The other side of 20

By Lyndsie Kiebert-Carey
Reader Staff

I have long pointed to my relative youth as a main pillar of my identity. 

My residency in a retirement town and Boomer-dominated county has long made me feel like a shiny little unicorn. I’ve grown accustomed to shocking people when I arrive at events in a professional capacity, capable of passing for one of the high school students I coach. It also helps that I work at this newspaper beside two guys who are, despite their denial, Over The Hill — and old, crusty souls to boot. Each of these elements has contributed to my vision of myself: female, writer, dog mom, youthful.

However, I think my latest milestone puts me too far from “youth” on paper to make it a claim to fame any longer. I turned 26 last week, and the occasion has me reflecting on what it means to be on the downhill side of my 20s.

Lyndsie Kiebert-Carey.

The universe stacked its odds against the probability of what most would consider a “good birthday” by dropping the date on a Wednesday: Deadline Day, or as we know it here at the Reader, the weekday anything and everything can — and will — happen just before all 24 pages need to be buttoned up and ready for printing.

As my husband left for work that morning, he gave me a hug and wished me a happy birthday. Just before he shut the door, he added: “Sorry that it’s a Wednesday.” By now, the people in my life are well trained to give me a wide berth — and an extra word of encouragement — on Hump Day.

What’s more, a contentious land use hearing also happened that day, requiring a deadline news story. I guessed it would last at least four hours. It lasted a little longer than that.

Still, by all accounts, it was a wonderful birthday. I felt celebrated all week long thanks to kind messages, sporadic gifts and a weekend birthday party. Plus, the work I had to show for all that time spent at my computer prior to deadline was a nice reminder that I’ve been busy the past eight-plus years of adulthood learning how to be a better and better reporter who can handle things like long, important meetings on deadline with minimal bitching and moaning.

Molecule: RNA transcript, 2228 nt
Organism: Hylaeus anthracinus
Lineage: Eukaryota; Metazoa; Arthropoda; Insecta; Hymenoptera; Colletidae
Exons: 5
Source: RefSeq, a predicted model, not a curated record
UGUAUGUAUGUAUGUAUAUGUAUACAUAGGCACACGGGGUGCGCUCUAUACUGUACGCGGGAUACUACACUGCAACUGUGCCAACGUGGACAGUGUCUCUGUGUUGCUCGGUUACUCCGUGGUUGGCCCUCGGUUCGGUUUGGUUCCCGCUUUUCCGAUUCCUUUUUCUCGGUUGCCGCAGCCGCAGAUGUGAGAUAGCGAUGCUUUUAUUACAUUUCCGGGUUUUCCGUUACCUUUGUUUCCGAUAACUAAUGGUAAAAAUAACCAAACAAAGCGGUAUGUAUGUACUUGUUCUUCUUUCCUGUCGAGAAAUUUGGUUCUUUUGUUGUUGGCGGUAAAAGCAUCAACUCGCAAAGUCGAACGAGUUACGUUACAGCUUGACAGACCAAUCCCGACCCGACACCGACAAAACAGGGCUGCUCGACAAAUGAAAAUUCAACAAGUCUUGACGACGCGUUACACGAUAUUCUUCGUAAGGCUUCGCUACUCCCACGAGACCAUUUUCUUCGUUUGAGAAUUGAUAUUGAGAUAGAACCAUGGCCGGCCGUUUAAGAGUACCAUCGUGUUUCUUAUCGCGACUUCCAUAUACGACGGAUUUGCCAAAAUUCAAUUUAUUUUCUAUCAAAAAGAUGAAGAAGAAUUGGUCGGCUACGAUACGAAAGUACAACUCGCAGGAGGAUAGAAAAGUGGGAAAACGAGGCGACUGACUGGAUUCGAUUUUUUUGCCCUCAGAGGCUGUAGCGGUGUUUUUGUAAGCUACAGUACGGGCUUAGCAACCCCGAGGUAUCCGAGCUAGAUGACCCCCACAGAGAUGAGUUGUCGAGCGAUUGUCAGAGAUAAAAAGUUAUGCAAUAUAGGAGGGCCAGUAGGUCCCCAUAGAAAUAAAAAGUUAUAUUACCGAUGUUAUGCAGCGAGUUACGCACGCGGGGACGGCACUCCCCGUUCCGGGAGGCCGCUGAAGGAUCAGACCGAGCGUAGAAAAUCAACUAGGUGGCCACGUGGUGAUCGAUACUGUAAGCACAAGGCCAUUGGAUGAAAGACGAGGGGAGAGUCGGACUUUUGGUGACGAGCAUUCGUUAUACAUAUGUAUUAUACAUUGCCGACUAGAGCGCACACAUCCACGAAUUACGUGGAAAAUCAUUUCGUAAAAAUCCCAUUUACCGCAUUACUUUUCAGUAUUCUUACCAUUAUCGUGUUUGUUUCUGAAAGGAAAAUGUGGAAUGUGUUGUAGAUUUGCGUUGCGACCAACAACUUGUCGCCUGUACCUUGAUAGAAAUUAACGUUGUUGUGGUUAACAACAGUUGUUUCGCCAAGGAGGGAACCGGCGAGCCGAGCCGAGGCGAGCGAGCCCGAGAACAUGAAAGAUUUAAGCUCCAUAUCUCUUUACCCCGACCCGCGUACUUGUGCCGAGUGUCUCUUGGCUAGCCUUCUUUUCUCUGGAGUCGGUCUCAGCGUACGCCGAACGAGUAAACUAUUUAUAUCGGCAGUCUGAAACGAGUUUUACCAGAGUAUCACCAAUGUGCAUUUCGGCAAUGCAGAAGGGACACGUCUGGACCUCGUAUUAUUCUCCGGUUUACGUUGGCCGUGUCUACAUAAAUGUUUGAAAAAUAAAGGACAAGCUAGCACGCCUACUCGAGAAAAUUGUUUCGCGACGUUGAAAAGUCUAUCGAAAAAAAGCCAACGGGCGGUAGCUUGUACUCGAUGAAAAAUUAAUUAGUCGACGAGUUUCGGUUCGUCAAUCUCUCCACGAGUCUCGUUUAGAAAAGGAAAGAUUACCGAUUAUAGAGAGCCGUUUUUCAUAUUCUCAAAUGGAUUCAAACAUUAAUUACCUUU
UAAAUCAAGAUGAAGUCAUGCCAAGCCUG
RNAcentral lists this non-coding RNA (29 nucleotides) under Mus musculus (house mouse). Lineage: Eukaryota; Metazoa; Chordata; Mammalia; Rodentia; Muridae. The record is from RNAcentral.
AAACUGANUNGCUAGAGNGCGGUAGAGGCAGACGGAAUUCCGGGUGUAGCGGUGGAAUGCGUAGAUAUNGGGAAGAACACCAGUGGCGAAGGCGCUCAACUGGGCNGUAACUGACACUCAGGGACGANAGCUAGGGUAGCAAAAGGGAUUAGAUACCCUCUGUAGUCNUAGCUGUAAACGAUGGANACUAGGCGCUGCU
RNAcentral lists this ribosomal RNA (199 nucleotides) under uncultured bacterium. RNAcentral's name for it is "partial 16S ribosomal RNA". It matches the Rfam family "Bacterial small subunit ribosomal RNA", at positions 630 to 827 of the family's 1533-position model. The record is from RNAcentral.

When the 4.5-hour hearing came up during conversation at my birthday party, my 8-year-old nephew (who has apparently been alive for as long as I’ve been an adult?) was shocked to learn that I spent my birthday watching, taking notes and writing a 1,000-word retelling of the hearing’s testimony and result.

“It wasn’t all bad,” I assured him. “Someone’s got to watch it and write about it so that everyone can read about it the next day. That way they spend five minutes getting informed instead of half the day watching the meeting.”

In the back of our minds, all of us salty reporters know the importance of our jobs. Still, I surprised myself with the simple summation. I’m lucky to do what I do, and part of why I feel that way are the countless community members who read the Reader and thank me for my work each week. I know you guys don’t want to watch a long meeting, so let’s all thank Publisher Ben Olson for paying me to do it for you.

Here’s to our readers, here’s to my inner circle and here’s to 26 — 52 more Wednesdays and countless more stories. It’s a good life.

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